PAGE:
the waves shiver like monks
at their ablutions.
Under high horizontals
of ice-cloud, the sky
scrubbed clean as a dairy.
The train darts north,
hungry as a tongue.
Only the exile longs for
the words to name a country:
either live it or learn,
at a bare table,
ancestral silence, like a rumble
deep in the loch’s throat,
the forgotten song
of the curling-stone,
the snow slipping like white meat
from the bones of the mountain.
About this poem
This poem was included in Best Scottish Poems 2006. Best Scottish Poems is an online publication, consisting of 20 poems chosen by a different editor each year, with comments by the editor and poets. It provides a personal overview of a year of Scottish poetry. The editor in 2006 was Janice Galloway.
Landscape, to my surprise. The only poem I chose that directly addresses 'Scottishness' as a condition. Strong, muscular yet with paper-sheer clarity.
'Lightyear' is a journey from January to December, a walk through seasons and weathers. Originally inspired by the Swedish poet Staffan Soderblom's 'Six October Poems', the collection uses six poems a month to track the calendar changes of time and the elements, and to explore the complex links between nature and the body-in-the-landscape. My project was to write outdoors, without any preconceived subject beyond what might arise from the season or the surroundings, so the collection took three whole calendar cycles to complete. The poems were written in the country and the city, in Clissold Park, North London, in Cornwall, Scotland, Greece, Langdale, and the Chamonix valley in the French Alps.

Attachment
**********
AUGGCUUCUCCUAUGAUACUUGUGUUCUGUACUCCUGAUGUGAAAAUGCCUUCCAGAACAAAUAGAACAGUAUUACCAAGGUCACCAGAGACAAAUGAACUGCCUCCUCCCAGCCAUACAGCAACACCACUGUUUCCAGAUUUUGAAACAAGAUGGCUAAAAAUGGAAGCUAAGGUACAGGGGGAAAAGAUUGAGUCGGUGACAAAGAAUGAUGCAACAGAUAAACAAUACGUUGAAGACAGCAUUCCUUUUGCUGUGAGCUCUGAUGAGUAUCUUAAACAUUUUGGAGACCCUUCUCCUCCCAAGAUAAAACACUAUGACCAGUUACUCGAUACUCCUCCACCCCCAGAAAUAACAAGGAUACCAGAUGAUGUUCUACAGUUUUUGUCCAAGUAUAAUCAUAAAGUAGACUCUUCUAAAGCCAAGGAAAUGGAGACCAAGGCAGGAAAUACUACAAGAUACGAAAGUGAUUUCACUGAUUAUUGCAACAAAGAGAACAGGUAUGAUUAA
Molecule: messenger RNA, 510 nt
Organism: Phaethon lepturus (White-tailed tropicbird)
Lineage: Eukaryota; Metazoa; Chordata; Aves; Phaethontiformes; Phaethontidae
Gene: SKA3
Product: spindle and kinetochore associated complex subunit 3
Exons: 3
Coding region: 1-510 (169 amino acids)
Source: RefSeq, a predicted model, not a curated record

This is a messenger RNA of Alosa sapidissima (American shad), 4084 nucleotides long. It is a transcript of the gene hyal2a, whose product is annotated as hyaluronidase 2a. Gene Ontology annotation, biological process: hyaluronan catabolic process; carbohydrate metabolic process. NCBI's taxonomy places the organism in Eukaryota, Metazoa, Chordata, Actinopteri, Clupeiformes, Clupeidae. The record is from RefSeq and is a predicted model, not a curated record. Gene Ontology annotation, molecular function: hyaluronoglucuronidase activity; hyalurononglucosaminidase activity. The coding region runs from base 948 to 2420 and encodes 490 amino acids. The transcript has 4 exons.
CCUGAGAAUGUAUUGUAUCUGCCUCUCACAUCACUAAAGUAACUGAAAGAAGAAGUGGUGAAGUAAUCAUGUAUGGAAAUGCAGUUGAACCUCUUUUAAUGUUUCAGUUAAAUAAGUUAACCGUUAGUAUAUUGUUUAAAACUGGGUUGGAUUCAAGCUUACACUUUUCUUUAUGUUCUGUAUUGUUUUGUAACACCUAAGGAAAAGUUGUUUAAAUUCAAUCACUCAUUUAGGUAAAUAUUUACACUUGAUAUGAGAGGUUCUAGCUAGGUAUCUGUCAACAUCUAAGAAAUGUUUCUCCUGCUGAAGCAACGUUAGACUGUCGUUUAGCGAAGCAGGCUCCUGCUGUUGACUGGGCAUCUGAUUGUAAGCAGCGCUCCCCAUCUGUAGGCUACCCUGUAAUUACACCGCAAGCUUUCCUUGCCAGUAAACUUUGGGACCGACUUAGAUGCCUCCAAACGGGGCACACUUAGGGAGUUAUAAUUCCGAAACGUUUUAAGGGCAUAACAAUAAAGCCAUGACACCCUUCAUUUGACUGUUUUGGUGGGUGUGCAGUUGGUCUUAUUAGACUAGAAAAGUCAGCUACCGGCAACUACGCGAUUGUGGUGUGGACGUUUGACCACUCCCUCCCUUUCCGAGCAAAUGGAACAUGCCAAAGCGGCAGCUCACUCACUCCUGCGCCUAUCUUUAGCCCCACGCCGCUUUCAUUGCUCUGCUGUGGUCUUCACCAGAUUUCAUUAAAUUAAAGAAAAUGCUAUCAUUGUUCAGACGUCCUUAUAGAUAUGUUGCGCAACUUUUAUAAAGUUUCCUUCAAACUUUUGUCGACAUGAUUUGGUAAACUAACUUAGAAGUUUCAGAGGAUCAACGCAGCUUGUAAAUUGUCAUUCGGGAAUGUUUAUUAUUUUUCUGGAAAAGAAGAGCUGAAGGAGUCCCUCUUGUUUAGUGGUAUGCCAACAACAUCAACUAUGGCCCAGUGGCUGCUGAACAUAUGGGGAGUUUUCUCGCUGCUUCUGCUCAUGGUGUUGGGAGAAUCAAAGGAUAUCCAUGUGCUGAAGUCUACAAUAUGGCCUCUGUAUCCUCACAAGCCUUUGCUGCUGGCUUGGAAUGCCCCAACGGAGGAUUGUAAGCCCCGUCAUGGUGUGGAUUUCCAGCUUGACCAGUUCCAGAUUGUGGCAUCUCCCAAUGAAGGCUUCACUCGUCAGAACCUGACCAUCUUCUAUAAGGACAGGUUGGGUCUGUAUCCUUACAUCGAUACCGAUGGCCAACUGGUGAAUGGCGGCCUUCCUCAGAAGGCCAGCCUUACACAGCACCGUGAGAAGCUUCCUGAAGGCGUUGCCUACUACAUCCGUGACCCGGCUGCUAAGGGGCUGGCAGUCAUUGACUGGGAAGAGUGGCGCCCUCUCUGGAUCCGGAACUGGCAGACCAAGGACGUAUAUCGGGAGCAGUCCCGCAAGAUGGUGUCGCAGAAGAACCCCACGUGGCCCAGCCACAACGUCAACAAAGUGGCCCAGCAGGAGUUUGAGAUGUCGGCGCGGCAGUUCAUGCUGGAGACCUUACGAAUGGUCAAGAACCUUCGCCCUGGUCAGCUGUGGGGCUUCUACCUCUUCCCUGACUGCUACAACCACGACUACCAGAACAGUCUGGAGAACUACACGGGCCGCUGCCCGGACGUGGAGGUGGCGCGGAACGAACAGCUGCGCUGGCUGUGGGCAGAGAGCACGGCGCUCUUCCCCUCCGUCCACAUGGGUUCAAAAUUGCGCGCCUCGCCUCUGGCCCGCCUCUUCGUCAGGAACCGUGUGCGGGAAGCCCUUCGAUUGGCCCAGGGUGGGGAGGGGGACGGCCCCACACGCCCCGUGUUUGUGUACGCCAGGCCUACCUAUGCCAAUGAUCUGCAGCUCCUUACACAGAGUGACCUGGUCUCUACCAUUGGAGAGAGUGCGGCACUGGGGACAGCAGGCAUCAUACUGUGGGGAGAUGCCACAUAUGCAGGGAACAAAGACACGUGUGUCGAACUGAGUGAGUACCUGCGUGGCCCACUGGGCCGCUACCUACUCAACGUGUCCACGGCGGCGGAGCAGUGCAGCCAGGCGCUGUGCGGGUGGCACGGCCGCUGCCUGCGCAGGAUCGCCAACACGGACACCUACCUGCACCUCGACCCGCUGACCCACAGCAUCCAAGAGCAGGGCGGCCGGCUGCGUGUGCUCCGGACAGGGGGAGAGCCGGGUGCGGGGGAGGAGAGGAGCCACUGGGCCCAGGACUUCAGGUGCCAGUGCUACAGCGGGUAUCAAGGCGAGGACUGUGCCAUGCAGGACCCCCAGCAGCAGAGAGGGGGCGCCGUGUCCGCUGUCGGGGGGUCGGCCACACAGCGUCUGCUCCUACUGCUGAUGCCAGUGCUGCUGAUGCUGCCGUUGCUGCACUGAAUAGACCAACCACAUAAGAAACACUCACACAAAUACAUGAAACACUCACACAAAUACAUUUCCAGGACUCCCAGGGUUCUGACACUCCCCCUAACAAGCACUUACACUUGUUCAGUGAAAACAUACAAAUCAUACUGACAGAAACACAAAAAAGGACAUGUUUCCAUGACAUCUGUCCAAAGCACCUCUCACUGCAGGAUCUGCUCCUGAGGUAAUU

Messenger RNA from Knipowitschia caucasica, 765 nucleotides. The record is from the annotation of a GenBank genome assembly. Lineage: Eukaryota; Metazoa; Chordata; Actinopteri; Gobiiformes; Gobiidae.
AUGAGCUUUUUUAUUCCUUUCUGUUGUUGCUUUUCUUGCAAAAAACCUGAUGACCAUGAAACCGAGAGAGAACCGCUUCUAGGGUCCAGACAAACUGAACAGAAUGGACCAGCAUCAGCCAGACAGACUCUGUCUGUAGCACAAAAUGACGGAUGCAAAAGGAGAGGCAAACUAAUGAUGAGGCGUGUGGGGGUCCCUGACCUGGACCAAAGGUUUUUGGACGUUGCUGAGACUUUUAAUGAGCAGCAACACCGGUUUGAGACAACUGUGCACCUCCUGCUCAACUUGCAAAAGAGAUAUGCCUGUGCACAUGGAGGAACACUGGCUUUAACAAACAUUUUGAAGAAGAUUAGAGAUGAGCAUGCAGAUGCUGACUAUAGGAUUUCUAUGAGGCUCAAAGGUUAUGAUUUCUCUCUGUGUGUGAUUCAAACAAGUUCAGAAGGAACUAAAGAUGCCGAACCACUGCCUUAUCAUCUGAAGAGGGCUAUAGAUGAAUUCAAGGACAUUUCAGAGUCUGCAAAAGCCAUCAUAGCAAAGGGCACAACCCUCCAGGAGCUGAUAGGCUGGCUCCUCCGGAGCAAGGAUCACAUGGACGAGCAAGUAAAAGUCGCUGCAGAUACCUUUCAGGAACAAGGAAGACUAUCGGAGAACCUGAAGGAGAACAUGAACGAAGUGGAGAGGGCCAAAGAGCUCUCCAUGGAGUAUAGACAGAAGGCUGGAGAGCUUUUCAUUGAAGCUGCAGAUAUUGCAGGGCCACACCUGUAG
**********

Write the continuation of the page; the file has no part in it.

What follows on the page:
Written on the East Coast line from London to Edinburgh, 'January, 5' reflects the ambiguous feelings of the expatriate towards the home country, which becomes a construct of memory, seen through a child's fearful and enchanted eye... No longer a lived experience, Scotland manifests itself as a sort of Brigadoon of the psyche, but without the saccharine – in fact, through no conscious intention of mine, the poem seems to be haunted by a punitive' you made your bed so you'll lie on it' animus...
The harsh brilliance of the landscape seen from the window of the northbound train invokes memories of winter nights when the loch froze hard enough for curling: starlight and torches, 15 degrees below, and all the village out on the ice. My Lowland grandfather, Grandpa Johnstone, was a tailor in Lochmaben, and a keen curler. I remember how, for years after he died, his curling stones stood flanking the front porch of the house.
The last stanza perhaps reflects the loss I felt when I was 10, and my parents, sister and I had to leave my beloved Highlands and move to my Grandmother's house in the danker, lower landscapes of Dumfriesshire. I was in such a bad state that the local doctor, I'm told, put me on anti-depressants! Sometimes I can't quite believe my own biography. But I think the image also evokes something less personal – that diffuse kind of sadness anyone can feel when the perfect dazzle of the snow gives way to the grey slush of thaw...